Consummate Noir Artistry: A Scene from Anthony Mann’s Desperate (1947)

This scene from Anthony Mann’s 1947 noir, Desperate, never fails to send a shiver down my spine.  A wonderful example of collaborative artistry: a fusion of elements so elegant it ranks with the greatest scenes from any noir. Full credits are listed after the video.

Studio: RKO (73 min)
Directed by Anthony Mann
Writing credits: Harry Essex (screenplay), Martin Rackin (additional dialogue), Dorothy Atlas (story), and Anthony Mann (story)
Original Music by Paul Sawtell
Cinematography by George E. Diskant
Film Editing by Marston Fay
Art Direction by Albert S. D’Agostino and Walter E. Keller
Set Decoration by Darrell Silvera
Starring: Raymond Burr and Steve Brodie

6 thoughts on “Consummate Noir Artistry: A Scene from Anthony Mann’s Desperate (1947)”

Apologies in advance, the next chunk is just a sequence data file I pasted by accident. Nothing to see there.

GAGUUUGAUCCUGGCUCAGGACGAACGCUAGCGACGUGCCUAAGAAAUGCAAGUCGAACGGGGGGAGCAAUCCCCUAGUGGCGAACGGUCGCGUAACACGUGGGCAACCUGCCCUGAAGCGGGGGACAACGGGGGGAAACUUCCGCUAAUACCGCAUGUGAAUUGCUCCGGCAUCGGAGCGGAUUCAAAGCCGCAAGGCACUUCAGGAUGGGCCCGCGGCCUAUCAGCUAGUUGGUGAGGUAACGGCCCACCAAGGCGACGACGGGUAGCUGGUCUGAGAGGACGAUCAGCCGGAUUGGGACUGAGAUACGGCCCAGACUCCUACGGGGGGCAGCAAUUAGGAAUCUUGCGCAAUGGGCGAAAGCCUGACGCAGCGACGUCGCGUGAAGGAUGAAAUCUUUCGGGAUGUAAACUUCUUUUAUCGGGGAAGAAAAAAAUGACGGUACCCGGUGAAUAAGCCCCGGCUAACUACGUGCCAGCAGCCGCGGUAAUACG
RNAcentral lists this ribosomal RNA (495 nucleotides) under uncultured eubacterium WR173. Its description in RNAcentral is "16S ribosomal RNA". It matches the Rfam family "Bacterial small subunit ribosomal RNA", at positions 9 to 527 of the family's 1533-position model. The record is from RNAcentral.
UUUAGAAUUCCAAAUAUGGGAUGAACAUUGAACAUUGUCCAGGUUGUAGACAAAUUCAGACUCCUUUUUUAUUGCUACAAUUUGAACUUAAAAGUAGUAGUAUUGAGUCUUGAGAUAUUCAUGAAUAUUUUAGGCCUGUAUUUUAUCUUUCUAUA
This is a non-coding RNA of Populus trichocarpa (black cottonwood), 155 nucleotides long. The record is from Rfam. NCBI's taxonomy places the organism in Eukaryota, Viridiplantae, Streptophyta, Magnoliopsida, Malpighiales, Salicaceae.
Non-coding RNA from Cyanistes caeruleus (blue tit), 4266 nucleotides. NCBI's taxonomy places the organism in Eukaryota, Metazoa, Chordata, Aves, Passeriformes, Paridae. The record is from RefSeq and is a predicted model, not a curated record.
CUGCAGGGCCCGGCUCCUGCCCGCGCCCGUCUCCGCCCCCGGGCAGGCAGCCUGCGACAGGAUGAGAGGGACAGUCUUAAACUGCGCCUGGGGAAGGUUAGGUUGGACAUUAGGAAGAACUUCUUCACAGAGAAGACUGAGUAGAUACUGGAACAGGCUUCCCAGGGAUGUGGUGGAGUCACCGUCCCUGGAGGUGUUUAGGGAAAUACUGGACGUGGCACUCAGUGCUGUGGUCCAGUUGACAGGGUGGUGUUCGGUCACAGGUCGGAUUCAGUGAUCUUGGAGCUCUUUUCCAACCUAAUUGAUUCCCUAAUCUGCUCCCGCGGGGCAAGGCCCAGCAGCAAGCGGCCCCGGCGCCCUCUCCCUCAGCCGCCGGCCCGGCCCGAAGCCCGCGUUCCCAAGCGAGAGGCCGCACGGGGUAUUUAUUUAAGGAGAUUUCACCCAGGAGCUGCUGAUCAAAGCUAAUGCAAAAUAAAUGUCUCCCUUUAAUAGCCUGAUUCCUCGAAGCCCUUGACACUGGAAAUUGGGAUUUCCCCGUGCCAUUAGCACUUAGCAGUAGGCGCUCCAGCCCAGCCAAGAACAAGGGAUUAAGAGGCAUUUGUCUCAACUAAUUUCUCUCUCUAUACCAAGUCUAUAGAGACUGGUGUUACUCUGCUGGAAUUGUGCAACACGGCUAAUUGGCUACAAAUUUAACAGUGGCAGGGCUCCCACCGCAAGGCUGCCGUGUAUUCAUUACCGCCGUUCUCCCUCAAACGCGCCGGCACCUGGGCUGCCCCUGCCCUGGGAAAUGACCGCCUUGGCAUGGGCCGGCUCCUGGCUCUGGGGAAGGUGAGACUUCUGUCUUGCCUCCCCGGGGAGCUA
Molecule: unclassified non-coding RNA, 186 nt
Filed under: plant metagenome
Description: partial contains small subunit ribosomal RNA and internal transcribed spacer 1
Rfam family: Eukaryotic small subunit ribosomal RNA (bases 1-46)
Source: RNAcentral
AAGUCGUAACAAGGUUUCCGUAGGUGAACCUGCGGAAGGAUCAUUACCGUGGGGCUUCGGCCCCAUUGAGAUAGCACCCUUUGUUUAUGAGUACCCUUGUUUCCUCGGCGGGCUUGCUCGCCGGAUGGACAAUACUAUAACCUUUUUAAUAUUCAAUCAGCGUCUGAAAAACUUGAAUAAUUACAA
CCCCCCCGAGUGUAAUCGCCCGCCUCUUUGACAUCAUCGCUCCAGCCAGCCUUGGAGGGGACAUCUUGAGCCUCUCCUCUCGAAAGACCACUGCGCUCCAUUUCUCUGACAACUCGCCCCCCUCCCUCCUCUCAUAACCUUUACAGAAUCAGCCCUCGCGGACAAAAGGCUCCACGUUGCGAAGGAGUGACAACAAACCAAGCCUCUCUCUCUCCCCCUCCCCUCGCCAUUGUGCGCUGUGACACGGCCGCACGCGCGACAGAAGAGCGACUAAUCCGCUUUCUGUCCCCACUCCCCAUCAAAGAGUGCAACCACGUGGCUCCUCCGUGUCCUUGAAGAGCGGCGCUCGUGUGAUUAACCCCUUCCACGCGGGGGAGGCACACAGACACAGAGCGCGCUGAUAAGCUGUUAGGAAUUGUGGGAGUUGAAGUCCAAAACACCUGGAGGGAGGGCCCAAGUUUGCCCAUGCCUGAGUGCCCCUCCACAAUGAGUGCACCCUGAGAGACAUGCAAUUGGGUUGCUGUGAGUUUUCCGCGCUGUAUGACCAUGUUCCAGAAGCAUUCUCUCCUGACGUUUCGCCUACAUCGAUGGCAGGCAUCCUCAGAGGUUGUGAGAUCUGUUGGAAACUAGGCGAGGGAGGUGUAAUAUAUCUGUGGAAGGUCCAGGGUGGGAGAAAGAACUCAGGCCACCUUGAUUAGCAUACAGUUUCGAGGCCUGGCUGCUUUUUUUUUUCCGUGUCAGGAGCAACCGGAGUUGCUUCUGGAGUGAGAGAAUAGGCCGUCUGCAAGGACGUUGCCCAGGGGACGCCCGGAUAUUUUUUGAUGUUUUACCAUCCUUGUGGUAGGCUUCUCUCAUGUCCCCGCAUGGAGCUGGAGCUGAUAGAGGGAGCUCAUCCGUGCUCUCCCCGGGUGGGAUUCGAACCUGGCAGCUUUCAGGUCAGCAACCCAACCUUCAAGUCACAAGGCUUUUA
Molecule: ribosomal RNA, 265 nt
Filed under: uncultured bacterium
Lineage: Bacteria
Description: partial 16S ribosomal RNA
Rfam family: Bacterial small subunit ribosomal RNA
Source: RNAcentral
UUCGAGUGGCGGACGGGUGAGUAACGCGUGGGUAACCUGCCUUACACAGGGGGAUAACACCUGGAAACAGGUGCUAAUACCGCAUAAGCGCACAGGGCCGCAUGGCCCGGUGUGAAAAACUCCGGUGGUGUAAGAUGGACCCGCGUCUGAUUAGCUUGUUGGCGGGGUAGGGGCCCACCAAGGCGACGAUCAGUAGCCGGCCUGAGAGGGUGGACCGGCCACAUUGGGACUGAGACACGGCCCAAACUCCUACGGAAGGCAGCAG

1. Hi! Tony…
    I have to agree with you 100% what a great scene…As a matter of fact, I’am about to donate two (L)obby cards from this film (Desperate 1947 to the (FNFA) Film Noir Foundation Archives.)
    By the way, I just retweeted this post in the most unlikely, of places.
    Thanks, for sharing!
    DeeDee ;-D

    Like

  2. Well Tony, it is absolutely one of the most celebrated scenes in film noir, and you of all people know this well. I watched it not less that 5 weeks ago on a big screen in the Anthony Mann Film Festival in Manhattan, and was dazzled (as I was again here looking on at this clip). It’s really a perfect orchestration of lighting, movement and dialogue, and it underlines the talent that Mann had already shown in this genre.

    Oh, and………

    Diskant + D’Agostino + Keller = greatness.

    I also liked a scene near the end when Burr accosts Steve Brodie in the office. But this is a riveting film all the way through, and composer Paul Sawtell made a fine contribution too.

    I know this is coming out (or just came out) on the Warner Film Noir Series 5 DVD set.

    Like

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